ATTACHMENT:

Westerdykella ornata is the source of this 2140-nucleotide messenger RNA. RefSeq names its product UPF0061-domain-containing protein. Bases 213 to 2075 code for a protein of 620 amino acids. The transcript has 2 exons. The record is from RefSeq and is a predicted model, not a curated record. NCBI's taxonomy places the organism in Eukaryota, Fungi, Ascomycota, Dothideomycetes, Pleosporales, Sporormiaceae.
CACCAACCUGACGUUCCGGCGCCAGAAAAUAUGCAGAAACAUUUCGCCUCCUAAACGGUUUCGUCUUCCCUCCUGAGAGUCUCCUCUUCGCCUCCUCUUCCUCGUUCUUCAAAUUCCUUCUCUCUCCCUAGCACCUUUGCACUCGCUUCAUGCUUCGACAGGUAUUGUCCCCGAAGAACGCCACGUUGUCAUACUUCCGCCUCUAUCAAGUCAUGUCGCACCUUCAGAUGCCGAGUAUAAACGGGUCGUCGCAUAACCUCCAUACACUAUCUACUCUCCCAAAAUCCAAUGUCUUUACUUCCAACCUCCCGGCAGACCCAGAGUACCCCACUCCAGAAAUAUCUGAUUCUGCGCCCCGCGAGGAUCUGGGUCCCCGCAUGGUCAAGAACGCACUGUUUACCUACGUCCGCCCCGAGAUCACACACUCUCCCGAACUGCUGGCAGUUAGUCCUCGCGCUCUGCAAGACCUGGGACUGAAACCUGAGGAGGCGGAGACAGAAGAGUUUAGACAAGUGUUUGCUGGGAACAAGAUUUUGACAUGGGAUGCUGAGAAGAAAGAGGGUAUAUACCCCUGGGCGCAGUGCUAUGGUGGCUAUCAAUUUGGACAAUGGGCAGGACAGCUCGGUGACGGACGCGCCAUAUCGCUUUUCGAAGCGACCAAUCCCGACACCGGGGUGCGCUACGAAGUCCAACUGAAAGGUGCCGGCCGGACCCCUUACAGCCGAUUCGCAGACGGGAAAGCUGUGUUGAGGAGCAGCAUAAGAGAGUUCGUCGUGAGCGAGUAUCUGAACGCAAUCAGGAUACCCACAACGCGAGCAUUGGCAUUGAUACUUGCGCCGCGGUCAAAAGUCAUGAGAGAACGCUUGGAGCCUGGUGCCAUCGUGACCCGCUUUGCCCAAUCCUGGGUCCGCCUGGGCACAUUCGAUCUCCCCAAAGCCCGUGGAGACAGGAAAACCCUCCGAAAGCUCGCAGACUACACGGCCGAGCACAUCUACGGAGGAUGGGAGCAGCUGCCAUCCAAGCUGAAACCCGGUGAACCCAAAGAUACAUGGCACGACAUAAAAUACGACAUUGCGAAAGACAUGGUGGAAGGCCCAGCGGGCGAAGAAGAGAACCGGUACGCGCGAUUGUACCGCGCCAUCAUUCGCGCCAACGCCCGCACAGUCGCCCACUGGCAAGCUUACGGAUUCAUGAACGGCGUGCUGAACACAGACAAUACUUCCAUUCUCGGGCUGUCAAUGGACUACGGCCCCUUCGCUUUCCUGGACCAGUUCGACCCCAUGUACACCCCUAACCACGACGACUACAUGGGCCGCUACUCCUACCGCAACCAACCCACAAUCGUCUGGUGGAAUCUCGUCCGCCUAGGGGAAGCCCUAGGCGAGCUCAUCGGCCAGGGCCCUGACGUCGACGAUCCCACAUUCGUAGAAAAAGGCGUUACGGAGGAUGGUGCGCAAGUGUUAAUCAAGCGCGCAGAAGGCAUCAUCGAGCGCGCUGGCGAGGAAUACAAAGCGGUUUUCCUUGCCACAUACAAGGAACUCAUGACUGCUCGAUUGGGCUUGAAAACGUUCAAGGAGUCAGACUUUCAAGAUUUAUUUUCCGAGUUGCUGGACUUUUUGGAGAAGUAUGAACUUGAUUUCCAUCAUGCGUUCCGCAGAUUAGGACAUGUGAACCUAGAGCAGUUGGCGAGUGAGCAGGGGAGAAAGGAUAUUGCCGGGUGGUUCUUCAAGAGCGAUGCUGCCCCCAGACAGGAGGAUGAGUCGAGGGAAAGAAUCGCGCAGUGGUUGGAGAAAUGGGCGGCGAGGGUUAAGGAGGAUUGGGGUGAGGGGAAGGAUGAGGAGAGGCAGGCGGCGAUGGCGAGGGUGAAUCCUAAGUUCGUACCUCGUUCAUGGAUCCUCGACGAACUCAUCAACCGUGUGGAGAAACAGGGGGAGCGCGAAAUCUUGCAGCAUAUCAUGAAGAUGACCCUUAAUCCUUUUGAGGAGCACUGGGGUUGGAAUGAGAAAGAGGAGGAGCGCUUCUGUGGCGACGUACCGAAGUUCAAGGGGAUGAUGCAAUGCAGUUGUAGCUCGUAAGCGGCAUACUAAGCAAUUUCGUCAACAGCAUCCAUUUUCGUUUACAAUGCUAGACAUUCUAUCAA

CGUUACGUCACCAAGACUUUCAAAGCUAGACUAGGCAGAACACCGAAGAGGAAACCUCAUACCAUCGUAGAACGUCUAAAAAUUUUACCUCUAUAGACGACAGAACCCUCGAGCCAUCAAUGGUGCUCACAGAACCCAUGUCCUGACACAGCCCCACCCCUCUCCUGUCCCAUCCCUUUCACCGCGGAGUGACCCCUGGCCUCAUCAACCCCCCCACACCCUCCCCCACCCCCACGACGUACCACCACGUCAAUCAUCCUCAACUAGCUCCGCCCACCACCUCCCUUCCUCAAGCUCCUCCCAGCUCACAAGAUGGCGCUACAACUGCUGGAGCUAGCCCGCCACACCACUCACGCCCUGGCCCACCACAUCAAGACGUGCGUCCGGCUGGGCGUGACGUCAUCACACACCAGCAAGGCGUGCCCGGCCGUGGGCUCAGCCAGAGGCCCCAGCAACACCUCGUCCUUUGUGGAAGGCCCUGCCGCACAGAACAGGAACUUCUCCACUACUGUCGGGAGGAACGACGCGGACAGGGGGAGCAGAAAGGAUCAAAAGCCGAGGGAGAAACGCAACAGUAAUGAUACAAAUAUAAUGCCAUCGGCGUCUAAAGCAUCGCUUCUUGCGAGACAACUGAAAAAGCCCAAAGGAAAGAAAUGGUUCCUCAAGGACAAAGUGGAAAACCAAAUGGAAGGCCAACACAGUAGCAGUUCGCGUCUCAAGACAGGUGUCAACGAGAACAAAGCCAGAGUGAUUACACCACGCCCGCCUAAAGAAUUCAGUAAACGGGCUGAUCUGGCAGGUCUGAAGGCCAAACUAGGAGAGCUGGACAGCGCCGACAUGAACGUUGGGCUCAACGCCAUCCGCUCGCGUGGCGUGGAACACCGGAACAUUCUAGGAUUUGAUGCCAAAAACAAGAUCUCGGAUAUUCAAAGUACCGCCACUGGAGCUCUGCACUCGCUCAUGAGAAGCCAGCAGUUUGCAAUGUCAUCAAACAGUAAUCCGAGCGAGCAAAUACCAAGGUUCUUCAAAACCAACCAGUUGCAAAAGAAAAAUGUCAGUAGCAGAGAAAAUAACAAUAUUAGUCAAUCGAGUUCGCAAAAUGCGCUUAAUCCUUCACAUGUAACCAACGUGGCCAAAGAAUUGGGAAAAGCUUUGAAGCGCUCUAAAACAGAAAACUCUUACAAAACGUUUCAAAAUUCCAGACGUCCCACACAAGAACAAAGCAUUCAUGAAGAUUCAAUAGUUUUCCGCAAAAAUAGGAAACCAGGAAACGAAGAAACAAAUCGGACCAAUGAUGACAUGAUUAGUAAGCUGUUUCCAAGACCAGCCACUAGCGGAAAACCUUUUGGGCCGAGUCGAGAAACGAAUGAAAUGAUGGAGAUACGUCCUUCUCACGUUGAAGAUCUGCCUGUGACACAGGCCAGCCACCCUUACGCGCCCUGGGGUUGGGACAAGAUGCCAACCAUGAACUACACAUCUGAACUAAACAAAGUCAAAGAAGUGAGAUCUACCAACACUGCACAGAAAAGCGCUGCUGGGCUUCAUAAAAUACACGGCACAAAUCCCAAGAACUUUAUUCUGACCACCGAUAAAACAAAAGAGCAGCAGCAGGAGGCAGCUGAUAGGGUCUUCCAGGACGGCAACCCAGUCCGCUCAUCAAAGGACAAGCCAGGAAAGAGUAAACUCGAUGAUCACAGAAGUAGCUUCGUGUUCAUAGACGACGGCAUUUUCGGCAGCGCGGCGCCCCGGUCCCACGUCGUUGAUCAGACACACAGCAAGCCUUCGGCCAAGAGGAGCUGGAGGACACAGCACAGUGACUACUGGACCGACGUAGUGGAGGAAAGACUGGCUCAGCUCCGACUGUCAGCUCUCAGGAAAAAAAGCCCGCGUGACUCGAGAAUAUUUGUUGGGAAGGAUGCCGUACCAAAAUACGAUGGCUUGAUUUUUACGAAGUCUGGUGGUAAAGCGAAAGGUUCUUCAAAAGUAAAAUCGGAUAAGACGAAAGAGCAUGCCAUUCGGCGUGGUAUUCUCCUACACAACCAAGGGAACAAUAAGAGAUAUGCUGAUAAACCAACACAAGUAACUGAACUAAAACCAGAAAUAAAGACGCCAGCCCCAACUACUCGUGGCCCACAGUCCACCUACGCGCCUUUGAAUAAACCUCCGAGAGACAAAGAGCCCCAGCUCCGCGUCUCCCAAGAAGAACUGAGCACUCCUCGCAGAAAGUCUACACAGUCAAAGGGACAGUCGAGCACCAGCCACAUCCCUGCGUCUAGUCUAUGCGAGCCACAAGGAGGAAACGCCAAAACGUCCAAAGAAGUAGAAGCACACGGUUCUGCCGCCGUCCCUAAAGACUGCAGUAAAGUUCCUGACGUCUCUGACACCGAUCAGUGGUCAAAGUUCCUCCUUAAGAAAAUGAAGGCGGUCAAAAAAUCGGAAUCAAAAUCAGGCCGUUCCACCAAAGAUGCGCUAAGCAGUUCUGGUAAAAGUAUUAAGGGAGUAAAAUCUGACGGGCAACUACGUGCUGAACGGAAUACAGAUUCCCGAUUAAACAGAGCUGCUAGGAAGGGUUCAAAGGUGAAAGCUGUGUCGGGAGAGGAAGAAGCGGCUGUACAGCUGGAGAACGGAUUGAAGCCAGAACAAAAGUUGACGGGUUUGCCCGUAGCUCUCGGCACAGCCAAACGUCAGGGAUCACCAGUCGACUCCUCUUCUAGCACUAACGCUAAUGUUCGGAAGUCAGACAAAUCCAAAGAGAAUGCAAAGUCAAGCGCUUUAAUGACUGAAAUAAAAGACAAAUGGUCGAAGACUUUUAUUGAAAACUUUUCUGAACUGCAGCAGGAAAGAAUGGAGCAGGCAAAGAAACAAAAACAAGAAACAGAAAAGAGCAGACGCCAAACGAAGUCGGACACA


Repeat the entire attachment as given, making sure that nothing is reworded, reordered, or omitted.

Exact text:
Westerdykella ornata is the source of this 2140-nucleotide messenger RNA. RefSeq names its product UPF0061-domain-containing protein. Bases 213 to 2075 code for a protein of 620 amino acids. The transcript has 2 exons. The record is from RefSeq and is a predicted model, not a curated record. NCBI's taxonomy places the organism in Eukaryota, Fungi, Ascomycota, Dothideomycetes, Pleosporales, Sporormiaceae.
CACCAACCUGACGUUCCGGCGCCAGAAAAUAUGCAGAAACAUUUCGCCUCCUAAACGGUUUCGUCUUCCCUCCUGAGAGUCUCCUCUUCGCCUCCUCUUCCUCGUUCUUCAAAUUCCUUCUCUCUCCCUAGCACCUUUGCACUCGCUUCAUGCUUCGACAGGUAUUGUCCCCGAAGAACGCCACGUUGUCAUACUUCCGCCUCUAUCAAGUCAUGUCGCACCUUCAGAUGCCGAGUAUAAACGGGUCGUCGCAUAACCUCCAUACACUAUCUACUCUCCCAAAAUCCAAUGUCUUUACUUCCAACCUCCCGGCAGACCCAGAGUACCCCACUCCAGAAAUAUCUGAUUCUGCGCCCCGCGAGGAUCUGGGUCCCCGCAUGGUCAAGAACGCACUGUUUACCUACGUCCGCCCCGAGAUCACACACUCUCCCGAACUGCUGGCAGUUAGUCCUCGCGCUCUGCAAGACCUGGGACUGAAACCUGAGGAGGCGGAGACAGAAGAGUUUAGACAAGUGUUUGCUGGGAACAAGAUUUUGACAUGGGAUGCUGAGAAGAAAGAGGGUAUAUACCCCUGGGCGCAGUGCUAUGGUGGCUAUCAAUUUGGACAAUGGGCAGGACAGCUCGGUGACGGACGCGCCAUAUCGCUUUUCGAAGCGACCAAUCCCGACACCGGGGUGCGCUACGAAGUCCAACUGAAAGGUGCCGGCCGGACCCCUUACAGCCGAUUCGCAGACGGGAAAGCUGUGUUGAGGAGCAGCAUAAGAGAGUUCGUCGUGAGCGAGUAUCUGAACGCAAUCAGGAUACCCACAACGCGAGCAUUGGCAUUGAUACUUGCGCCGCGGUCAAAAGUCAUGAGAGAACGCUUGGAGCCUGGUGCCAUCGUGACCCGCUUUGCCCAAUCCUGGGUCCGCCUGGGCACAUUCGAUCUCCCCAAAGCCCGUGGAGACAGGAAAACCCUCCGAAAGCUCGCAGACUACACGGCCGAGCACAUCUACGGAGGAUGGGAGCAGCUGCCAUCCAAGCUGAAACCCGGUGAACCCAAAGAUACAUGGCACGACAUAAAAUACGACAUUGCGAAAGACAUGGUGGAAGGCCCAGCGGGCGAAGAAGAGAACCGGUACGCGCGAUUGUACCGCGCCAUCAUUCGCGCCAACGCCCGCACAGUCGCCCACUGGCAAGCUUACGGAUUCAUGAACGGCGUGCUGAACACAGACAAUACUUCCAUUCUCGGGCUGUCAAUGGACUACGGCCCCUUCGCUUUCCUGGACCAGUUCGACCCCAUGUACACCCCUAACCACGACGACUACAUGGGCCGCUACUCCUACCGCAACCAACCCACAAUCGUCUGGUGGAAUCUCGUCCGCCUAGGGGAAGCCCUAGGCGAGCUCAUCGGCCAGGGCCCUGACGUCGACGAUCCCACAUUCGUAGAAAAAGGCGUUACGGAGGAUGGUGCGCAAGUGUUAAUCAAGCGCGCAGAAGGCAUCAUCGAGCGCGCUGGCGAGGAAUACAAAGCGGUUUUCCUUGCCACAUACAAGGAACUCAUGACUGCUCGAUUGGGCUUGAAAACGUUCAAGGAGUCAGACUUUCAAGAUUUAUUUUCCGAGUUGCUGGACUUUUUGGAGAAGUAUGAACUUGAUUUCCAUCAUGCGUUCCGCAGAUUAGGACAUGUGAACCUAGAGCAGUUGGCGAGUGAGCAGGGGAGAAAGGAUAUUGCCGGGUGGUUCUUCAAGAGCGAUGCUGCCCCCAGACAGGAGGAUGAGUCGAGGGAAAGAAUCGCGCAGUGGUUGGAGAAAUGGGCGGCGAGGGUUAAGGAGGAUUGGGGUGAGGGGAAGGAUGAGGAGAGGCAGGCGGCGAUGGCGAGGGUGAAUCCUAAGUUCGUACCUCGUUCAUGGAUCCUCGACGAACUCAUCAACCGUGUGGAGAAACAGGGGGAGCGCGAAAUCUUGCAGCAUAUCAUGAAGAUGACCCUUAAUCCUUUUGAGGAGCACUGGGGUUGGAAUGAGAAAGAGGAGGAGCGCUUCUGUGGCGACGUACCGAAGUUCAAGGGGAUGAUGCAAUGCAGUUGUAGCUCGUAAGCGGCAUACUAAGCAAUUUCGUCAACAGCAUCCAUUUUCGUUUACAAUGCUAGACAUUCUAUCAA

CGUUACGUCACCAAGACUUUCAAAGCUAGACUAGGCAGAACACCGAAGAGGAAACCUCAUACCAUCGUAGAACGUCUAAAAAUUUUACCUCUAUAGACGACAGAACCCUCGAGCCAUCAAUGGUGCUCACAGAACCCAUGUCCUGACACAGCCCCACCCCUCUCCUGUCCCAUCCCUUUCACCGCGGAGUGACCCCUGGCCUCAUCAACCCCCCCACACCCUCCCCCACCCCCACGACGUACCACCACGUCAAUCAUCCUCAACUAGCUCCGCCCACCACCUCCCUUCCUCAAGCUCCUCCCAGCUCACAAGAUGGCGCUACAACUGCUGGAGCUAGCCCGCCACACCACUCACGCCCUGGCCCACCACAUCAAGACGUGCGUCCGGCUGGGCGUGACGUCAUCACACACCAGCAAGGCGUGCCCGGCCGUGGGCUCAGCCAGAGGCCCCAGCAACACCUCGUCCUUUGUGGAAGGCCCUGCCGCACAGAACAGGAACUUCUCCACUACUGUCGGGAGGAACGACGCGGACAGGGGGAGCAGAAAGGAUCAAAAGCCGAGGGAGAAACGCAACAGUAAUGAUACAAAUAUAAUGCCAUCGGCGUCUAAAGCAUCGCUUCUUGCGAGACAACUGAAAAAGCCCAAAGGAAAGAAAUGGUUCCUCAAGGACAAAGUGGAAAACCAAAUGGAAGGCCAACACAGUAGCAGUUCGCGUCUCAAGACAGGUGUCAACGAGAACAAAGCCAGAGUGAUUACACCACGCCCGCCUAAAGAAUUCAGUAAACGGGCUGAUCUGGCAGGUCUGAAGGCCAAACUAGGAGAGCUGGACAGCGCCGACAUGAACGUUGGGCUCAACGCCAUCCGCUCGCGUGGCGUGGAACACCGGAACAUUCUAGGAUUUGAUGCCAAAAACAAGAUCUCGGAUAUUCAAAGUACCGCCACUGGAGCUCUGCACUCGCUCAUGAGAAGCCAGCAGUUUGCAAUGUCAUCAAACAGUAAUCCGAGCGAGCAAAUACCAAGGUUCUUCAAAACCAACCAGUUGCAAAAGAAAAAUGUCAGUAGCAGAGAAAAUAACAAUAUUAGUCAAUCGAGUUCGCAAAAUGCGCUUAAUCCUUCACAUGUAACCAACGUGGCCAAAGAAUUGGGAAAAGCUUUGAAGCGCUCUAAAACAGAAAACUCUUACAAAACGUUUCAAAAUUCCAGACGUCCCACACAAGAACAAAGCAUUCAUGAAGAUUCAAUAGUUUUCCGCAAAAAUAGGAAACCAGGAAACGAAGAAACAAAUCGGACCAAUGAUGACAUGAUUAGUAAGCUGUUUCCAAGACCAGCCACUAGCGGAAAACCUUUUGGGCCGAGUCGAGAAACGAAUGAAAUGAUGGAGAUACGUCCUUCUCACGUUGAAGAUCUGCCUGUGACACAGGCCAGCCACCCUUACGCGCCCUGGGGUUGGGACAAGAUGCCAACCAUGAACUACACAUCUGAACUAAACAAAGUCAAAGAAGUGAGAUCUACCAACACUGCACAGAAAAGCGCUGCUGGGCUUCAUAAAAUACACGGCACAAAUCCCAAGAACUUUAUUCUGACCACCGAUAAAACAAAAGAGCAGCAGCAGGAGGCAGCUGAUAGGGUCUUCCAGGACGGCAACCCAGUCCGCUCAUCAAAGGACAAGCCAGGAAAGAGUAAACUCGAUGAUCACAGAAGUAGCUUCGUGUUCAUAGACGACGGCAUUUUCGGCAGCGCGGCGCCCCGGUCCCACGUCGUUGAUCAGACACACAGCAAGCCUUCGGCCAAGAGGAGCUGGAGGACACAGCACAGUGACUACUGGACCGACGUAGUGGAGGAAAGACUGGCUCAGCUCCGACUGUCAGCUCUCAGGAAAAAAAGCCCGCGUGACUCGAGAAUAUUUGUUGGGAAGGAUGCCGUACCAAAAUACGAUGGCUUGAUUUUUACGAAGUCUGGUGGUAAAGCGAAAGGUUCUUCAAAAGUAAAAUCGGAUAAGACGAAAGAGCAUGCCAUUCGGCGUGGUAUUCUCCUACACAACCAAGGGAACAAUAAGAGAUAUGCUGAUAAACCAACACAAGUAACUGAACUAAAACCAGAAAUAAAGACGCCAGCCCCAACUACUCGUGGCCCACAGUCCACCUACGCGCCUUUGAAUAAACCUCCGAGAGACAAAGAGCCCCAGCUCCGCGUCUCCCAAGAAGAACUGAGCACUCCUCGCAGAAAGUCUACACAGUCAAAGGGACAGUCGAGCACCAGCCACAUCCCUGCGUCUAGUCUAUGCGAGCCACAAGGAGGAAACGCCAAAACGUCCAAAGAAGUAGAAGCACACGGUUCUGCCGCCGUCCCUAAAGACUGCAGUAAAGUUCCUGACGUCUCUGACACCGAUCAGUGGUCAAAGUUCCUCCUUAAGAAAAUGAAGGCGGUCAAAAAAUCGGAAUCAAAAUCAGGCCGUUCCACCAAAGAUGCGCUAAGCAGUUCUGGUAAAAGUAUUAAGGGAGUAAAAUCUGACGGGCAACUACGUGCUGAACGGAAUACAGAUUCCCGAUUAAACAGAGCUGCUAGGAAGGGUUCAAAGGUGAAAGCUGUGUCGGGAGAGGAAGAAGCGGCUGUACAGCUGGAGAACGGAUUGAAGCCAGAACAAAAGUUGACGGGUUUGCCCGUAGCUCUCGGCACAGCCAAACGUCAGGGAUCACCAGUCGACUCCUCUUCUAGCACUAACGCUAAUGUUCGGAAGUCAGACAAAUCCAAAGAGAAUGCAAAGUCAAGCGCUUUAAUGACUGAAAUAAAAGACAAAUGGUCGAAGACUUUUAUUGAAAACUUUUCUGAACUGCAGCAGGAAAGAAUGGAGCAGGCAAAGAAACAAAAACAAGAAACAGAAAAGAGCAGACGCCAAACGAAGUCGGACACA